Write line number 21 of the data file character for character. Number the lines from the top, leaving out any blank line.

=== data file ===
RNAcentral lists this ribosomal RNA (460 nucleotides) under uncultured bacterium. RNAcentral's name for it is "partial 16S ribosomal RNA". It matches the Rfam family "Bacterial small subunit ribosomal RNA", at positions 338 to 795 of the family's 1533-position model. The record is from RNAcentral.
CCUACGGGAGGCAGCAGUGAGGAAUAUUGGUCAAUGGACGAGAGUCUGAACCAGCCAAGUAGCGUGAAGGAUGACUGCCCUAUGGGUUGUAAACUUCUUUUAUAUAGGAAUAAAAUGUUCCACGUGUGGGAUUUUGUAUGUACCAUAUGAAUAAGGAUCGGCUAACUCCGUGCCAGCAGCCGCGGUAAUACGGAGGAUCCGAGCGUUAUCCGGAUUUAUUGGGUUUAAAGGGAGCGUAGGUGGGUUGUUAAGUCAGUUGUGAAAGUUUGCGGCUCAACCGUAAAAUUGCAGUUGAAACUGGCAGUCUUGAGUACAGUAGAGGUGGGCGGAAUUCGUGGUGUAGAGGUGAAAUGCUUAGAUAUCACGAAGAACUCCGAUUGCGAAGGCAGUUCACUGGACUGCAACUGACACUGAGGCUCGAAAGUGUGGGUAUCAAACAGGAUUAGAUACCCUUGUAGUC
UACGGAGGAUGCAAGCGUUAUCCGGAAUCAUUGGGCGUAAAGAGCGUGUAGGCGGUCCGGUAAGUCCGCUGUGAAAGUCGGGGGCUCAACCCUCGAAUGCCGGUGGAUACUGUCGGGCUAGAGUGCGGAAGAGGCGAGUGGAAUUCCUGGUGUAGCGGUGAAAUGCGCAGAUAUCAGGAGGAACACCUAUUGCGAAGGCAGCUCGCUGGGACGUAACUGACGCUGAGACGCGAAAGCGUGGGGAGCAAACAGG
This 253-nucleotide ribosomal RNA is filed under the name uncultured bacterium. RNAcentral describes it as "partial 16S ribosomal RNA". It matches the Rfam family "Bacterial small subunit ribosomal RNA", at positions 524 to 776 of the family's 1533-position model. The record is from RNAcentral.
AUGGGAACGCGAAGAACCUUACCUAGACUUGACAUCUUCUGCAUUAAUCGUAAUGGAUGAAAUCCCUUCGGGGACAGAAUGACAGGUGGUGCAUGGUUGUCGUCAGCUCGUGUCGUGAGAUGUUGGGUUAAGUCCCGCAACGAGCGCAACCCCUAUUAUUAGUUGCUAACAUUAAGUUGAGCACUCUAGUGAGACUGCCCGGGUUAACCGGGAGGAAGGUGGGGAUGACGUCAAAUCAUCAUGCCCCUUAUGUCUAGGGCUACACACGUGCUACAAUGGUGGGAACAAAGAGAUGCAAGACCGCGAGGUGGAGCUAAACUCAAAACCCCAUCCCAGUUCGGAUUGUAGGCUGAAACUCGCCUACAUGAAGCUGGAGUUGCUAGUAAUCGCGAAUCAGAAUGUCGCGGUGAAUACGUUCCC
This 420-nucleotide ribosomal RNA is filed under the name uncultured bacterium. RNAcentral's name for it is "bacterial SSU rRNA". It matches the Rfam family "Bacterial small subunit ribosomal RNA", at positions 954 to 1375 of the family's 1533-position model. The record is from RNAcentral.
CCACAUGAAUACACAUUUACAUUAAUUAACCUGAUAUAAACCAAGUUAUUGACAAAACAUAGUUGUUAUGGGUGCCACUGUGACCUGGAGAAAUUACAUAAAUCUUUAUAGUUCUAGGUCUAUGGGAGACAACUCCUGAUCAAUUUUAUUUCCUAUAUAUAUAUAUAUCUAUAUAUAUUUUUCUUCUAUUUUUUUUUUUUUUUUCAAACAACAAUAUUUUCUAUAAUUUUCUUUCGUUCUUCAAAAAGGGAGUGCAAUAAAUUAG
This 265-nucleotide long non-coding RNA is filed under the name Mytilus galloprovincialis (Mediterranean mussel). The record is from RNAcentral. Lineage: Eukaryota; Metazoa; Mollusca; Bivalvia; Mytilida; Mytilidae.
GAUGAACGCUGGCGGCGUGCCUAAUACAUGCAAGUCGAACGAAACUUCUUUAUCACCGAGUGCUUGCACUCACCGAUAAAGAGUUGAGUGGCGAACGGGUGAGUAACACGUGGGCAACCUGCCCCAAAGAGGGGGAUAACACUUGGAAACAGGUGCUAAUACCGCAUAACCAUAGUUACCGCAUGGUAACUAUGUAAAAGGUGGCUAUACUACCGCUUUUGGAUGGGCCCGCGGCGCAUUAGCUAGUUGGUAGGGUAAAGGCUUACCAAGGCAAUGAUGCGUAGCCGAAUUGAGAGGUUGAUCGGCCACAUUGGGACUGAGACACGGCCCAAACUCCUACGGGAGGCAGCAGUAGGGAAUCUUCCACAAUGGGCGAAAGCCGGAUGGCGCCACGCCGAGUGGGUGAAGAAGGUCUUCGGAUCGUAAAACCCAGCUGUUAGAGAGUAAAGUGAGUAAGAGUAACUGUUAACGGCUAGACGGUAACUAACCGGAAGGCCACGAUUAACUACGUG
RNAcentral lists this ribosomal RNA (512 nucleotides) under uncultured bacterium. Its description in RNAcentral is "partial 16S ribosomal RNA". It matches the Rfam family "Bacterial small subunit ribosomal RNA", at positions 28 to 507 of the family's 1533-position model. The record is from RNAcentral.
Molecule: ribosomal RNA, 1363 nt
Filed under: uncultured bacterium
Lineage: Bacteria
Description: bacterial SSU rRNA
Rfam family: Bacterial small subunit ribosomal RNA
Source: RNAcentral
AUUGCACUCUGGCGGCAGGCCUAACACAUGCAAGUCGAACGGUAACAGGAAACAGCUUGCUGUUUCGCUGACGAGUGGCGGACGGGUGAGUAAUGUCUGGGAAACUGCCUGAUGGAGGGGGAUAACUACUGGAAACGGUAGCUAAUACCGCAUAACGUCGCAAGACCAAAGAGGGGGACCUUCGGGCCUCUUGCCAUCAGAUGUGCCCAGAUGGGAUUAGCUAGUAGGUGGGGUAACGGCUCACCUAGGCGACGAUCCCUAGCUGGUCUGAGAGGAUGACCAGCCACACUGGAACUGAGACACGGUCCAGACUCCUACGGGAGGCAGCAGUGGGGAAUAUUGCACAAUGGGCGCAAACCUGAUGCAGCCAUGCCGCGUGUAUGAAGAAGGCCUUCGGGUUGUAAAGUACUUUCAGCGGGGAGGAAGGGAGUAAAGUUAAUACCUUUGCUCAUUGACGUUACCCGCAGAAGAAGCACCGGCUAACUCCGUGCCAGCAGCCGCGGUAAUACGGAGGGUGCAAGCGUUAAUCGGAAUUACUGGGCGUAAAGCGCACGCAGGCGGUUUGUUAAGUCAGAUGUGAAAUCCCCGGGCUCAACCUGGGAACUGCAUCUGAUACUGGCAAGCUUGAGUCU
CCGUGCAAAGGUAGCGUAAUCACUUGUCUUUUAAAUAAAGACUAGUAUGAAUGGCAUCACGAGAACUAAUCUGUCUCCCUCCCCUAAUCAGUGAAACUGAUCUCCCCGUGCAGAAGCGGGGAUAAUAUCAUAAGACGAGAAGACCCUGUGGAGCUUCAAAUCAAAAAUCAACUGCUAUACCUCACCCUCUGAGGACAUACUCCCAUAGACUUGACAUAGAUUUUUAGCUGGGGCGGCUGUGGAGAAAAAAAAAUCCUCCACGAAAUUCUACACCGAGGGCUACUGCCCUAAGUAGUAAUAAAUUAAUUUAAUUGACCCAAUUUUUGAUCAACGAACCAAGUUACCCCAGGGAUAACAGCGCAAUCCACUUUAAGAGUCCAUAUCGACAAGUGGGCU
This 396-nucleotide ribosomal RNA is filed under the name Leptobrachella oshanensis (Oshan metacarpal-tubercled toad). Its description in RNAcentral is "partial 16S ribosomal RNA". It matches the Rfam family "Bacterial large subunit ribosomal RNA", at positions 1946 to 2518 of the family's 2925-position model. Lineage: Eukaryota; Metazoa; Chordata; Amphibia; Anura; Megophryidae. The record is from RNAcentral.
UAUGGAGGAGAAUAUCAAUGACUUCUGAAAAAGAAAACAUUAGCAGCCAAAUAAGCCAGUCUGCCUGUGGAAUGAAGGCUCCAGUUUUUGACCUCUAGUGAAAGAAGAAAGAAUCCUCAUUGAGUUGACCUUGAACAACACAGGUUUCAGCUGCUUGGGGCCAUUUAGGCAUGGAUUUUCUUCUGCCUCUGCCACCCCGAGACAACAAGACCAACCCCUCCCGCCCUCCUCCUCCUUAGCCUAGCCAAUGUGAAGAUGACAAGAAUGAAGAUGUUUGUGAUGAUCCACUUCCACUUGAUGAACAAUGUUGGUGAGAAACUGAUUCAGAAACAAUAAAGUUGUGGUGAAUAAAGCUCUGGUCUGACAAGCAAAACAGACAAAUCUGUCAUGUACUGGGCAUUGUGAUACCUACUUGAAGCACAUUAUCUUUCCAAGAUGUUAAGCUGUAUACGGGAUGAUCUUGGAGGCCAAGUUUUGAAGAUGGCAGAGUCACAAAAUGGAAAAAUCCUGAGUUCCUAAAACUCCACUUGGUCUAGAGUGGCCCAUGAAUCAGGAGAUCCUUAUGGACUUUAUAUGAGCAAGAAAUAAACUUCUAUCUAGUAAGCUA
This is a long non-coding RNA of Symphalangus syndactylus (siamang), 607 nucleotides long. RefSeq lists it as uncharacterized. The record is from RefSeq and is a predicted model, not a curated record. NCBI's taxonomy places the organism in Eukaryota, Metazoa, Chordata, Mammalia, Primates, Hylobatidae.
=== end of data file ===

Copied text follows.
This is a long non-coding RNA of Symphalangus syndactylus (siamang), 607 nucleotides long. RefSeq lists it as uncharacterized. The record is from RefSeq and is a predicted model, not a curated record. NCBI's taxonomy places the organism in Eukaryota, Metazoa, Chordata, Mammalia, Primates, Hylobatidae.